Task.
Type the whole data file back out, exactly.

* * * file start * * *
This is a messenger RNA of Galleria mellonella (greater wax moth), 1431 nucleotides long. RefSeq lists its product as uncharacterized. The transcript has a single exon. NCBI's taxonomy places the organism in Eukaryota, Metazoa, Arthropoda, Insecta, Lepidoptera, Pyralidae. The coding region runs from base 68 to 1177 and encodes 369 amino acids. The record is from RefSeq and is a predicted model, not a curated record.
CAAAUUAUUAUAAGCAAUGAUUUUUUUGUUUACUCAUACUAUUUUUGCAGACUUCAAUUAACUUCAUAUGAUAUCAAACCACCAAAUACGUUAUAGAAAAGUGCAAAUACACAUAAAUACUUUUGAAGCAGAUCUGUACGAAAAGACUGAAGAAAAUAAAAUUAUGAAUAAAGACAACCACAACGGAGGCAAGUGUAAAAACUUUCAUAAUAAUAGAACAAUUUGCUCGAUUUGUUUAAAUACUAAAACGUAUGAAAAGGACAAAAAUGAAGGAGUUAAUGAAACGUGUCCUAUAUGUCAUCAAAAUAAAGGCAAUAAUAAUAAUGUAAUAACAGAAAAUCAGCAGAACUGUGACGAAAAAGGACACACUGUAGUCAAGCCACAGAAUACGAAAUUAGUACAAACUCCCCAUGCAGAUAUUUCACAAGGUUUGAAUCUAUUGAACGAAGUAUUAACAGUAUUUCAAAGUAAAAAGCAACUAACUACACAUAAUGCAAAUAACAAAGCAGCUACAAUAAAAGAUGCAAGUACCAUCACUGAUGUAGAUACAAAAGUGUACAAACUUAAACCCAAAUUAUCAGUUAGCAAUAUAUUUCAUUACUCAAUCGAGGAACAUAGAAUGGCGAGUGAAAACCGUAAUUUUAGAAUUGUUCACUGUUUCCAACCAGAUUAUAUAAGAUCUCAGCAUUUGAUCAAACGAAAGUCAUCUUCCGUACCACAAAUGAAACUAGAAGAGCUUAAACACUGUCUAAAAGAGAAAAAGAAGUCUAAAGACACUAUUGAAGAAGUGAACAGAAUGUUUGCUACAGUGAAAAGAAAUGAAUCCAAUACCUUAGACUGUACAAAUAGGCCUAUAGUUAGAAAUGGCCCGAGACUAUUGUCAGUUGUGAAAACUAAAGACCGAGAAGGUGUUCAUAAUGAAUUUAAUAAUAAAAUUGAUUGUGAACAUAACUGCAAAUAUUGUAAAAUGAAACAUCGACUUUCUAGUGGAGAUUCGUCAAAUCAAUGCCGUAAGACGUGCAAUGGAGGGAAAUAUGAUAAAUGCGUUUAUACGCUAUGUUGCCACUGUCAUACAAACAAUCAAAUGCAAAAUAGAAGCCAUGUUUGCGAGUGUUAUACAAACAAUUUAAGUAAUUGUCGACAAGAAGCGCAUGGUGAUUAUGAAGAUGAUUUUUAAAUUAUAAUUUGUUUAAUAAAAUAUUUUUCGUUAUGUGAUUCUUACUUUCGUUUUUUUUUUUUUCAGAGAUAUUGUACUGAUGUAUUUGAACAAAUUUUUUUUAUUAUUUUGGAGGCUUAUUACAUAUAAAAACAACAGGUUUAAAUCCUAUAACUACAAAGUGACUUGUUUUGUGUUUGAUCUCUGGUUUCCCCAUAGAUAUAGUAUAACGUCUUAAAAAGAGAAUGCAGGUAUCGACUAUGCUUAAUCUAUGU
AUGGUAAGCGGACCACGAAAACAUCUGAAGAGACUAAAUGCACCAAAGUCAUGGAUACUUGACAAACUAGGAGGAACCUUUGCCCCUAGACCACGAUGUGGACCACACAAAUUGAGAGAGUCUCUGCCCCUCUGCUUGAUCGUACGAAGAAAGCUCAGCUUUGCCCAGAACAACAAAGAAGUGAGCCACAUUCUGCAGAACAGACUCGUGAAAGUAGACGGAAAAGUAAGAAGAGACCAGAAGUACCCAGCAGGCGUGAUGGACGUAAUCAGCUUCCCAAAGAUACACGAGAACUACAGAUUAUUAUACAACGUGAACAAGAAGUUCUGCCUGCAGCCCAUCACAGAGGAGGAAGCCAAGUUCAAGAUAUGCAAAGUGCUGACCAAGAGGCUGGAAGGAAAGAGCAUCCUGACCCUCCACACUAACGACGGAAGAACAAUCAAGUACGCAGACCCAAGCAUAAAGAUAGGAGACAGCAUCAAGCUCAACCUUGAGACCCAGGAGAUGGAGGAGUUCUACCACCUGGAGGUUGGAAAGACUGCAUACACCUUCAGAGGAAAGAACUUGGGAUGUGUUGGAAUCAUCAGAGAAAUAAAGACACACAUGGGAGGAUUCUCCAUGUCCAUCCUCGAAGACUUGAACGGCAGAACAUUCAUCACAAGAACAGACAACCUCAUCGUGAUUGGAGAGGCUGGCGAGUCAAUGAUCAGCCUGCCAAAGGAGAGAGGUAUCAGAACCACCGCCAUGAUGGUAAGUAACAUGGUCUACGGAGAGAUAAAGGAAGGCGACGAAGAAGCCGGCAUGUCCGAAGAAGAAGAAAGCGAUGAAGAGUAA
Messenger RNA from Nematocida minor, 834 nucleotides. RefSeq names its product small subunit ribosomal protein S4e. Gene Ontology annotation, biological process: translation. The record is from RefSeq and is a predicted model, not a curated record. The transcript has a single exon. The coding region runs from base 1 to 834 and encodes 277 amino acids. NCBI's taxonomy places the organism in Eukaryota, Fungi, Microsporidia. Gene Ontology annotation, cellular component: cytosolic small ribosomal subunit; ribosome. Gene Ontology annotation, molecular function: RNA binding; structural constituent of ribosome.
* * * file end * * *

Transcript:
This is a messenger RNA of Galleria mellonella (greater wax moth), 1431 nucleotides long. RefSeq lists its product as uncharacterized. The transcript has a single exon. NCBI's taxonomy places the organism in Eukaryota, Metazoa, Arthropoda, Insecta, Lepidoptera, Pyralidae. The coding region runs from base 68 to 1177 and encodes 369 amino acids. The record is from RefSeq and is a predicted model, not a curated record.
CAAAUUAUUAUAAGCAAUGAUUUUUUUGUUUACUCAUACUAUUUUUGCAGACUUCAAUUAACUUCAUAUGAUAUCAAACCACCAAAUACGUUAUAGAAAAGUGCAAAUACACAUAAAUACUUUUGAAGCAGAUCUGUACGAAAAGACUGAAGAAAAUAAAAUUAUGAAUAAAGACAACCACAACGGAGGCAAGUGUAAAAACUUUCAUAAUAAUAGAACAAUUUGCUCGAUUUGUUUAAAUACUAAAACGUAUGAAAAGGACAAAAAUGAAGGAGUUAAUGAAACGUGUCCUAUAUGUCAUCAAAAUAAAGGCAAUAAUAAUAAUGUAAUAACAGAAAAUCAGCAGAACUGUGACGAAAAAGGACACACUGUAGUCAAGCCACAGAAUACGAAAUUAGUACAAACUCCCCAUGCAGAUAUUUCACAAGGUUUGAAUCUAUUGAACGAAGUAUUAACAGUAUUUCAAAGUAAAAAGCAACUAACUACACAUAAUGCAAAUAACAAAGCAGCUACAAUAAAAGAUGCAAGUACCAUCACUGAUGUAGAUACAAAAGUGUACAAACUUAAACCCAAAUUAUCAGUUAGCAAUAUAUUUCAUUACUCAAUCGAGGAACAUAGAAUGGCGAGUGAAAACCGUAAUUUUAGAAUUGUUCACUGUUUCCAACCAGAUUAUAUAAGAUCUCAGCAUUUGAUCAAACGAAAGUCAUCUUCCGUACCACAAAUGAAACUAGAAGAGCUUAAACACUGUCUAAAAGAGAAAAAGAAGUCUAAAGACACUAUUGAAGAAGUGAACAGAAUGUUUGCUACAGUGAAAAGAAAUGAAUCCAAUACCUUAGACUGUACAAAUAGGCCUAUAGUUAGAAAUGGCCCGAGACUAUUGUCAGUUGUGAAAACUAAAGACCGAGAAGGUGUUCAUAAUGAAUUUAAUAAUAAAAUUGAUUGUGAACAUAACUGCAAAUAUUGUAAAAUGAAACAUCGACUUUCUAGUGGAGAUUCGUCAAAUCAAUGCCGUAAGACGUGCAAUGGAGGGAAAUAUGAUAAAUGCGUUUAUACGCUAUGUUGCCACUGUCAUACAAACAAUCAAAUGCAAAAUAGAAGCCAUGUUUGCGAGUGUUAUACAAACAAUUUAAGUAAUUGUCGACAAGAAGCGCAUGGUGAUUAUGAAGAUGAUUUUUAAAUUAUAAUUUGUUUAAUAAAAUAUUUUUCGUUAUGUGAUUCUUACUUUCGUUUUUUUUUUUUUCAGAGAUAUUGUACUGAUGUAUUUGAACAAAUUUUUUUUAUUAUUUUGGAGGCUUAUUACAUAUAAAAACAACAGGUUUAAAUCCUAUAACUACAAAGUGACUUGUUUUGUGUUUGAUCUCUGGUUUCCCCAUAGAUAUAGUAUAACGUCUUAAAAAGAGAAUGCAGGUAUCGACUAUGCUUAAUCUAUGU
AUGGUAAGCGGACCACGAAAACAUCUGAAGAGACUAAAUGCACCAAAGUCAUGGAUACUUGACAAACUAGGAGGAACCUUUGCCCCUAGACCACGAUGUGGACCACACAAAUUGAGAGAGUCUCUGCCCCUCUGCUUGAUCGUACGAAGAAAGCUCAGCUUUGCCCAGAACAACAAAGAAGUGAGCCACAUUCUGCAGAACAGACUCGUGAAAGUAGACGGAAAAGUAAGAAGAGACCAGAAGUACCCAGCAGGCGUGAUGGACGUAAUCAGCUUCCCAAAGAUACACGAGAACUACAGAUUAUUAUACAACGUGAACAAGAAGUUCUGCCUGCAGCCCAUCACAGAGGAGGAAGCCAAGUUCAAGAUAUGCAAAGUGCUGACCAAGAGGCUGGAAGGAAAGAGCAUCCUGACCCUCCACACUAACGACGGAAGAACAAUCAAGUACGCAGACCCAAGCAUAAAGAUAGGAGACAGCAUCAAGCUCAACCUUGAGACCCAGGAGAUGGAGGAGUUCUACCACCUGGAGGUUGGAAAGACUGCAUACACCUUCAGAGGAAAGAACUUGGGAUGUGUUGGAAUCAUCAGAGAAAUAAAGACACACAUGGGAGGAUUCUCCAUGUCCAUCCUCGAAGACUUGAACGGCAGAACAUUCAUCACAAGAACAGACAACCUCAUCGUGAUUGGAGAGGCUGGCGAGUCAAUGAUCAGCCUGCCAAAGGAGAGAGGUAUCAGAACCACCGCCAUGAUGGUAAGUAACAUGGUCUACGGAGAGAUAAAGGAAGGCGACGAAGAAGCCGGCAUGUCCGAAGAAGAAGAAAGCGAUGAAGAGUAA
Messenger RNA from Nematocida minor, 834 nucleotides. RefSeq names its product small subunit ribosomal protein S4e. Gene Ontology annotation, biological process: translation. The record is from RefSeq and is a predicted model, not a curated record. The transcript has a single exon. The coding region runs from base 1 to 834 and encodes 277 amino acids. NCBI's taxonomy places the organism in Eukaryota, Fungi, Microsporidia. Gene Ontology annotation, cellular component: cytosolic small ribosomal subunit; ribosome. Gene Ontology annotation, molecular function: RNA binding; structural constituent of ribosome.